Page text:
CASE closed, uninstalled
I went into CASE: Animatronics with an open mind. Yes, as a Steam Greenlight game featuring evil animatronics, there was some obvious cause for trepidation. That it would turn out to be a shameless copy cat, a thin experience riding another franchise’s coattails for a quick buck.
But, I wanted it to be cool. I liked the pitch of taking the familiar Five Nights at Freddy’s aesthetic and turning it into a proper first-person stealth survival horror game. A fully realized 3D environment where you weren’t stuck to a desk and could move around, explore, and run from the robots.
Someday, I’m going to learn to trust my instincts instead of my optimism.
CASE: Animatronics (PC)
Developer: Last Level, Aleson
Publisher: HypeTrain Digital
Released: August 3, 2016
Stop me if you’ve heard this one before. It’s nighttime and you’re all alone. You’re trapped in a building that’s filthy with flesh eating animatronic mascots gone mad. The only information you have to work with is delivered to you by means of a cryptic one-way telephone conversation. All you have to defend yourself with is a network of security cameras and your ability to outwit your mechanical menaces.
Hey, don’t call it a rip-off. This time you’re a detective, not a security guard.
The basic premise of CASE: Animatronics will be immediately familiar to anyone with even a cursory knowledge of the Five Nights at Freddy’s series of games. The big selling point of CASE however is that unlike its direct inspiration, you’re not confined to a small security office. You can instead wander around the poorly rendered surroundings (which in this case happen to be an entirely empty police station), poke around for clues, and play cat-and-mouse with the animatronics to avoid the predictable jump scare murder animation they usher in.
Of course, CASE wouldn’t want to stray too far from the familiar formula, so you’re given a tablet that provides a Five Nights-esque system of security cameras to peep through. You can cart it around in your off-hand and watch it passively while exploring, or take a more detailed look by bringing it up to full screen with a press of the tab button. Or, as I like to call it, the suicide button. The button you use to call a robot directly to your location. The button you press when you’re tired of wandering and would rather watch the death animation again.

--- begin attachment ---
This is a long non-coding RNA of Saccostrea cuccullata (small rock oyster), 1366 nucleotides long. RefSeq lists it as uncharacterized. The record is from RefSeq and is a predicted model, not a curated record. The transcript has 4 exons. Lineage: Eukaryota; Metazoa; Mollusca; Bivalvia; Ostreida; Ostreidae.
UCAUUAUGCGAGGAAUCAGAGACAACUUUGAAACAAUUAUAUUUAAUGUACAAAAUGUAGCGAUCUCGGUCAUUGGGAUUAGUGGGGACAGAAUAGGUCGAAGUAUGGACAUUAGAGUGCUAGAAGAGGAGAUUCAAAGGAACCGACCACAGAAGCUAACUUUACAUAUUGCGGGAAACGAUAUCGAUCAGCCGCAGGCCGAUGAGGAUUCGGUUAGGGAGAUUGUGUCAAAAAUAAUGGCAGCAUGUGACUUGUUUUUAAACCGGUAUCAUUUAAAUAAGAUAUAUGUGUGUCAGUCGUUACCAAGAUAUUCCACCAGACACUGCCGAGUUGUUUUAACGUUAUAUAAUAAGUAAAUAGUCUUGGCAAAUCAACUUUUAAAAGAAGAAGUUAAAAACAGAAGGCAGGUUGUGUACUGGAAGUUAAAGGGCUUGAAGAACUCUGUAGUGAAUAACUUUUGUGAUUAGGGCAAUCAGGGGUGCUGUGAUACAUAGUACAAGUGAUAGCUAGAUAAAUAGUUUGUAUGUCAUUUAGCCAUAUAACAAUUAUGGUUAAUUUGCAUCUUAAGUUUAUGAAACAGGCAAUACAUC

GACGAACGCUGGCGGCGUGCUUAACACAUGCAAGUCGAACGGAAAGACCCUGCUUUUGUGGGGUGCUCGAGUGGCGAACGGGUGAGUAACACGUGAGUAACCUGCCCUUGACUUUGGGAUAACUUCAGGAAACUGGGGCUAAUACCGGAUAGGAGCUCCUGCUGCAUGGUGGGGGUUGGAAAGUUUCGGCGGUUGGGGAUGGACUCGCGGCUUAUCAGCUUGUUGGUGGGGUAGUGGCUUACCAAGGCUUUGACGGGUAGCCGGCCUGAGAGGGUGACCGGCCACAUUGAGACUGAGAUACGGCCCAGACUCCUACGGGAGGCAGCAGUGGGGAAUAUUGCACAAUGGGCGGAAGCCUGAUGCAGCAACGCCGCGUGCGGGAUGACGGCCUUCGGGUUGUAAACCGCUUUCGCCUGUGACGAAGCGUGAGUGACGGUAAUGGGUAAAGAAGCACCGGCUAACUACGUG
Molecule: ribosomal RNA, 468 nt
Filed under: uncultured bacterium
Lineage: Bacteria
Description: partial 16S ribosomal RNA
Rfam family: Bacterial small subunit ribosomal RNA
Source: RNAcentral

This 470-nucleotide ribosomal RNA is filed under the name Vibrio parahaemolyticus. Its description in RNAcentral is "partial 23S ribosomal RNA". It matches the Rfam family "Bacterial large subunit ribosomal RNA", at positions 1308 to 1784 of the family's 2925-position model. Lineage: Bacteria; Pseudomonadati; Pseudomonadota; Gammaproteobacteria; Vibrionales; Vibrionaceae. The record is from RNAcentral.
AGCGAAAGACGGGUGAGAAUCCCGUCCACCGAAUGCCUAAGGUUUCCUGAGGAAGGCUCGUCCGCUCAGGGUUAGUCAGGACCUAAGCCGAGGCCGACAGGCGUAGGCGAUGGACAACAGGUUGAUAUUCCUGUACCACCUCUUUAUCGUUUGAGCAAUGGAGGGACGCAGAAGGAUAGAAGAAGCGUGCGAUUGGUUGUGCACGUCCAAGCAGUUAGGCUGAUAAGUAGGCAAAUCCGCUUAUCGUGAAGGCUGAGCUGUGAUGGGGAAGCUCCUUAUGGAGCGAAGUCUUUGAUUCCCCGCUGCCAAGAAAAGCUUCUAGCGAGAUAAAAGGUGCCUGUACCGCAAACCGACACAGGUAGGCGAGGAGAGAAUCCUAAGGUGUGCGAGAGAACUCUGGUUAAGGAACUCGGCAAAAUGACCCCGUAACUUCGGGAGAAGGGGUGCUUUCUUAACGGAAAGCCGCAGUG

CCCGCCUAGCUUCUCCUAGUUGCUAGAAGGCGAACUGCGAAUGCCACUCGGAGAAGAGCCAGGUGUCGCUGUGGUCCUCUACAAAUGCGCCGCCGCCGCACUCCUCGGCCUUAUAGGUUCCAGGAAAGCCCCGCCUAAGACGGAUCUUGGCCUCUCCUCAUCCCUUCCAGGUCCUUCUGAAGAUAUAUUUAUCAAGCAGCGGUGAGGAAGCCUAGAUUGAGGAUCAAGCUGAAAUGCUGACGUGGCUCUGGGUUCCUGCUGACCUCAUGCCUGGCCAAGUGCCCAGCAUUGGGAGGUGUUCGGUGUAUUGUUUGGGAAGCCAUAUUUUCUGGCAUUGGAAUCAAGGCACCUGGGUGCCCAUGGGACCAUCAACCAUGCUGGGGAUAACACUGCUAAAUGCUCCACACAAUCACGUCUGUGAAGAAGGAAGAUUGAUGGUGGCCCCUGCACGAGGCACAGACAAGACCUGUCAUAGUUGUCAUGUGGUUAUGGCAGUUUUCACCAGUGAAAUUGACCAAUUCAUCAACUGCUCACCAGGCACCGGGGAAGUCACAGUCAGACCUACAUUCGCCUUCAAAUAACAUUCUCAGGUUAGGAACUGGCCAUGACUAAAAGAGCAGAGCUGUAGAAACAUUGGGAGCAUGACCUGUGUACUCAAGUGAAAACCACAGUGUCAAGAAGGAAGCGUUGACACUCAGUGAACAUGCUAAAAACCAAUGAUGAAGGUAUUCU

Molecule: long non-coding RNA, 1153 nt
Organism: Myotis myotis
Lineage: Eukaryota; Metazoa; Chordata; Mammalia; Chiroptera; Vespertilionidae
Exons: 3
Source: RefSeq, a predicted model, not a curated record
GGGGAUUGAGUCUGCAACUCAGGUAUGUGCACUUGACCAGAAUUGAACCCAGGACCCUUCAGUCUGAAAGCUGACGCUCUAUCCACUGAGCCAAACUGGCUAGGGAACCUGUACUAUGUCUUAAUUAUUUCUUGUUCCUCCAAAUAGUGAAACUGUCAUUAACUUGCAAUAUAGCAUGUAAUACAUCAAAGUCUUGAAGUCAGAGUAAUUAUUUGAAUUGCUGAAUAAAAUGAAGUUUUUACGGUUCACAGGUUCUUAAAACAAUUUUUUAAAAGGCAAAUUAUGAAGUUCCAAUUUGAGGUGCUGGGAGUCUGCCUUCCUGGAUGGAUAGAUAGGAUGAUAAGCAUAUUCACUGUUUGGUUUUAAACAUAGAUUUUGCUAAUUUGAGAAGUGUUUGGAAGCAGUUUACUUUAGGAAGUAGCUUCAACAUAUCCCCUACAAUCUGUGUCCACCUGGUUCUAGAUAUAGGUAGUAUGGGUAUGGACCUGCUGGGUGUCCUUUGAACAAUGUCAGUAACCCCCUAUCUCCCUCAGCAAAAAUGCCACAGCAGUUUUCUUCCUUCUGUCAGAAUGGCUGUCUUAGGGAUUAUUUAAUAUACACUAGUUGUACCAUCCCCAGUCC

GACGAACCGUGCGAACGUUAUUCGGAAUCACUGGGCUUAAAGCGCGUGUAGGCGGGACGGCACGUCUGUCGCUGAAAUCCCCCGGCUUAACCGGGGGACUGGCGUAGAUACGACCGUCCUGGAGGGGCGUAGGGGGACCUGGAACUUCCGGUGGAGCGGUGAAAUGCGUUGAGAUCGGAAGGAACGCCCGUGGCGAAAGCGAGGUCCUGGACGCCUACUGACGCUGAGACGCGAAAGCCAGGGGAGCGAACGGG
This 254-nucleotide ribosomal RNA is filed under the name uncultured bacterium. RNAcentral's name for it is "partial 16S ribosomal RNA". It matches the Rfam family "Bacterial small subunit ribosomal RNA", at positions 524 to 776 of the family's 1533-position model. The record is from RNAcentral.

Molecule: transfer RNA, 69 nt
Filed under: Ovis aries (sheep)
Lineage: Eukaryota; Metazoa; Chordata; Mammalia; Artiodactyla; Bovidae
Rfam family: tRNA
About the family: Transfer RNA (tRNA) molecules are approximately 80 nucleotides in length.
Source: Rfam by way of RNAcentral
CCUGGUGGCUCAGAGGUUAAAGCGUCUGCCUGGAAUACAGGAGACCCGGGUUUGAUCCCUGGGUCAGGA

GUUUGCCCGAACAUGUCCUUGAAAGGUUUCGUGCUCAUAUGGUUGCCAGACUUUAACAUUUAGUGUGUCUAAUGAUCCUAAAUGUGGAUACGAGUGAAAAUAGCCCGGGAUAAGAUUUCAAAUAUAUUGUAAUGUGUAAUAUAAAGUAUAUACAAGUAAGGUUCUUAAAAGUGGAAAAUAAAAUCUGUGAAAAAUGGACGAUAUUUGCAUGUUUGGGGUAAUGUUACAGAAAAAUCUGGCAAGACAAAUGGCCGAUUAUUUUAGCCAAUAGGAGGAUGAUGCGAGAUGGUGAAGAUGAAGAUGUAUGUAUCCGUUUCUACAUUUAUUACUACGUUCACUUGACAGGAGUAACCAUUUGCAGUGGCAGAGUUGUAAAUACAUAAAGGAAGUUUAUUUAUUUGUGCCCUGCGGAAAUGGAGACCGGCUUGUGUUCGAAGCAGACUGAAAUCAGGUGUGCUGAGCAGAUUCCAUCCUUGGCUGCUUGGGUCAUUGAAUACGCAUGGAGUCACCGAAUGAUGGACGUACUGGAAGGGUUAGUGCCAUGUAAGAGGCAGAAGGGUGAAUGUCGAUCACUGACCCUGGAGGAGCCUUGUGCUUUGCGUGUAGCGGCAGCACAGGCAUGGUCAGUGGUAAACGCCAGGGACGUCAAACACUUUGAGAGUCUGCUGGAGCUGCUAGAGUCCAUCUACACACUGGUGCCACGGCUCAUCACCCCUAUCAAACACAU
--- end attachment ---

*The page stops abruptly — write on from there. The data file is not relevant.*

You also get a flash light. It blinks a lot. Spooky.
CASE doesn’t make much of its mobile freedom. There are a few basic puzzles to solve (with a dash of randomization to make them “interesting”), but mostly there is a whole lot of fruitlessly rifling through cabinets and looking in corners to find notes and keycards. It’s a scavenger hunt game that does nothing to make the goodies you’re looking for enticing.
The story in CASE (such as it is) is told through a series of notes that allude to a dark and tragic past, a possible conspiracy, the murder of a young woman named Emma, and a bunch of other crap I lost interest in. It’s all the intentionally vague mystery bullshit writers will crutch on when they want to seem deep and interesting but can’t put together a real narrative.
Maybe what pissed me off the most about CASE‘s paper-thin horror movie cliché plot is that it doesn’t even have the guts to commit to it. I won’t “spoil” it but one of the later notes found in the collection completely deflates the narrative by suddenly spinning it into a joke. Like a shitty teenager posing tough in front of his high school buddies, CASE pretends it never really cared in the first place as soon as any real expectation of an emotional or narrative payoff kicks in.